Poll: 63% Support Constitutional Revision Amid Japan’s Changing Security Environment; 93% Cite National Security Risk from China

Yomiuri Shimbun file photo
The Diet Building in Chiyoda Ward, Tokyo

Sixty-three percent of people are in favor of amending the Constitution, according to a recent opinion poll conducted by The Yomiuri Shimbun, up from 61% in the previous year’s survey and the third consecutive year the figure has been in the 60% range.

This year’s figure is the highest since the mail-in survey was first conducted in 2015 and the second highest behind the 65% logged in a 2004 survey, although making comparisons is difficult since interviews were used in the 2004 survey.

In the latest poll, 35% of respondents were against amending the Constitution, up two percentage points from last year.

Regarding the war-renouncing Paragraph 1 of Article 9, 75% said revision was unnecessary, unchanged from the previous survey.

However, 53% considered there is a need to amend Paragraph 2 of Article9, which prohibits Japan from maintaining armed forces, up two percentage points from last year and the highest figure ever recorded. The figure exceeded those who considered there was no need to amend Paragraph 2 by 10 percentage point.

Meanwhile, 56% of respondents were in favor of a Liberal Democratic Party proposal to include grounds for the existence of the Self-Defense Forces in the Constitution, up two percentage points from the previous survey, while 40% were against it, up two percentage points.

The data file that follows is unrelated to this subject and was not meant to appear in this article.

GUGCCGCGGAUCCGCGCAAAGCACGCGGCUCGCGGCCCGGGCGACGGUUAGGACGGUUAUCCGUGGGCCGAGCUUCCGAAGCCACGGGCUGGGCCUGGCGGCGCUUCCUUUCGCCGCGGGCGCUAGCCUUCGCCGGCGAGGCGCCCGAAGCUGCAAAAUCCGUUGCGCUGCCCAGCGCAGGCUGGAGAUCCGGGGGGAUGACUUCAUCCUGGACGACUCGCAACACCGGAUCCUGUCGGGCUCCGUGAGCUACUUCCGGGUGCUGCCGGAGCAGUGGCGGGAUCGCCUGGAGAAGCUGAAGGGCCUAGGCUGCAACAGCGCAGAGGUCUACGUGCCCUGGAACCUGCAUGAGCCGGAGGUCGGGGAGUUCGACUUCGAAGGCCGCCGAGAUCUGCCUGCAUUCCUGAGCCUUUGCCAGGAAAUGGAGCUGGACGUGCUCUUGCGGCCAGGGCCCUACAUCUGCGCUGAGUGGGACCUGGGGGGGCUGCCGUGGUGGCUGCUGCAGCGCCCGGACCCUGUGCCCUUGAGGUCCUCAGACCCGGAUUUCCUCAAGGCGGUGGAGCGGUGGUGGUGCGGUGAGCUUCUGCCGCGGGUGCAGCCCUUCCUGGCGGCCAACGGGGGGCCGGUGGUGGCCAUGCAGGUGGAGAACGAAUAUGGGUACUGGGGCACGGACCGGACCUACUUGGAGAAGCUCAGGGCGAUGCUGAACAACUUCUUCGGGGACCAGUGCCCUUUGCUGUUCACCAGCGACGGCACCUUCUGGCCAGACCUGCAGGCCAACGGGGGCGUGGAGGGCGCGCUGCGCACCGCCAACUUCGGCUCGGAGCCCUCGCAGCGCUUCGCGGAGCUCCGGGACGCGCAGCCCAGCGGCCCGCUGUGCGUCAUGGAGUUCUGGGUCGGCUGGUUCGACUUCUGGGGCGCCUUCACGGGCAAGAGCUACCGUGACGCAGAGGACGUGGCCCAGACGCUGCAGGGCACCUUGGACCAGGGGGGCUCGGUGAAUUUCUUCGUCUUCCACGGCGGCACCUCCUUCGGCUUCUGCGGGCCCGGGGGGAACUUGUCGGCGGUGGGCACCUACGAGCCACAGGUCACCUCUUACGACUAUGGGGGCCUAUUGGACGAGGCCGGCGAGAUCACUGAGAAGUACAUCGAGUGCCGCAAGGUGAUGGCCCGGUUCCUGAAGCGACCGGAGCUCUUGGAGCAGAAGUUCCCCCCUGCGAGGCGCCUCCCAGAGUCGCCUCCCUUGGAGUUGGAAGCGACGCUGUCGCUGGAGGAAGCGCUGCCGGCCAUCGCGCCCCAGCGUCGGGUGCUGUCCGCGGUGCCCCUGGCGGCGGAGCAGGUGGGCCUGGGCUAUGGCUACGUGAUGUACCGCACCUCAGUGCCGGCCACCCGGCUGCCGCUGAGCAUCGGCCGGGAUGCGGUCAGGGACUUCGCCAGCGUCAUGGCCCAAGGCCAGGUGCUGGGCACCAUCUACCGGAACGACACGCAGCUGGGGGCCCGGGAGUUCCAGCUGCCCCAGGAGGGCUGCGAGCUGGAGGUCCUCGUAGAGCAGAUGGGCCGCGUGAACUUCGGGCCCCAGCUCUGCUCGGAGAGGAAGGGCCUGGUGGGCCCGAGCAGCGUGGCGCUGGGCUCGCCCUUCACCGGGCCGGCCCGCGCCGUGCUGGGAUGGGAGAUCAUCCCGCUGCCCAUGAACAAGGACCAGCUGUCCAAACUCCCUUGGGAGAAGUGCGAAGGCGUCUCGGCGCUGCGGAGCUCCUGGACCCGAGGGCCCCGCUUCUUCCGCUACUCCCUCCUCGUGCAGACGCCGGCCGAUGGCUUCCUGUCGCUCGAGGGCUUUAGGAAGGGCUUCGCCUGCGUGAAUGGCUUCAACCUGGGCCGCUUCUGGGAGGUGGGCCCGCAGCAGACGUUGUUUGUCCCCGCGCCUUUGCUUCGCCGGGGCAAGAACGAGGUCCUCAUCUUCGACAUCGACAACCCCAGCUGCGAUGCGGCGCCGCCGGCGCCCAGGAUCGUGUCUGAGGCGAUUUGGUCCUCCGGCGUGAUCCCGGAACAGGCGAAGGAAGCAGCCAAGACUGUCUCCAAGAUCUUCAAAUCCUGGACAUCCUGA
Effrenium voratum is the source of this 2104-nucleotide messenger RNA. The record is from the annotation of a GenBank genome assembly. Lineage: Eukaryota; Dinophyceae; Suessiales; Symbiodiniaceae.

The increase in the number of people in favor of constitutional amendment seems to reflect Japan’s changing security environment.

A total of 93% of respondents said that China’s military buildup and intrusions into Japan’s territorial waters “greatly” (59%) or “somewhat” (34%) threatened national security. The 93% total was repeated in a 2022 survey in which a similar question was asked. As for what should be done with Article 9 going forward, 44% said it should be amended — up from 43% in the previous survey — as interpreting and implementing its existing provisions is too restricting to deal effectively with pressing security issues. On the other hand, 38% said the current long-standing method of interpreting and implementing its provisions on a practical basis should continue, up from 37%.

Fourteen percent said Article 9 should be strictly followed and neither interpreted nor implemented on a practical basis, down from 15%.

The survey was conducted from March 12 to April 18 with 3,000 eligible voters nationwide, and 67%, or 2,002 people, gave valid responses.